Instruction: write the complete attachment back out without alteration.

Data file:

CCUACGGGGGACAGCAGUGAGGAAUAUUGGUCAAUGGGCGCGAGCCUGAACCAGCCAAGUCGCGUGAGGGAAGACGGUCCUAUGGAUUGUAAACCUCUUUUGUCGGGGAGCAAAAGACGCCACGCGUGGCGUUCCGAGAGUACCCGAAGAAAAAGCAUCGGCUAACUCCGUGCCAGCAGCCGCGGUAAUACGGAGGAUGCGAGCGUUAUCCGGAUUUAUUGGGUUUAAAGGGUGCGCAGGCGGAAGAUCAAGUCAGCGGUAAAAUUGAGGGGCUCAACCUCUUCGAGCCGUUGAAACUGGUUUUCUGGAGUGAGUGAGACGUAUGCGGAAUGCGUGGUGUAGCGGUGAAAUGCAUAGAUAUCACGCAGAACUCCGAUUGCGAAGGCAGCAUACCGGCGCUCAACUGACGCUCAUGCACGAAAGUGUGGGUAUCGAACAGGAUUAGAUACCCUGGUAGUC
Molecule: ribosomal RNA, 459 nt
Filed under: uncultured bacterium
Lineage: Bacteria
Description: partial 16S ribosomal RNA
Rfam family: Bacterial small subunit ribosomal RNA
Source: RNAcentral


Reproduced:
CCUACGGGGGACAGCAGUGAGGAAUAUUGGUCAAUGGGCGCGAGCCUGAACCAGCCAAGUCGCGUGAGGGAAGACGGUCCUAUGGAUUGUAAACCUCUUUUGUCGGGGAGCAAAAGACGCCACGCGUGGCGUUCCGAGAGUACCCGAAGAAAAAGCAUCGGCUAACUCCGUGCCAGCAGCCGCGGUAAUACGGAGGAUGCGAGCGUUAUCCGGAUUUAUUGGGUUUAAAGGGUGCGCAGGCGGAAGAUCAAGUCAGCGGUAAAAUUGAGGGGCUCAACCUCUUCGAGCCGUUGAAACUGGUUUUCUGGAGUGAGUGAGACGUAUGCGGAAUGCGUGGUGUAGCGGUGAAAUGCAUAGAUAUCACGCAGAACUCCGAUUGCGAAGGCAGCAUACCGGCGCUCAACUGACGCUCAUGCACGAAAGUGUGGGUAUCGAACAGGAUUAGAUACCCUGGUAGUC
Molecule: ribosomal RNA, 459 nt
Filed under: uncultured bacterium
Lineage: Bacteria
Description: partial 16S ribosomal RNA
Rfam family: Bacterial small subunit ribosomal RNA
Source: RNAcentral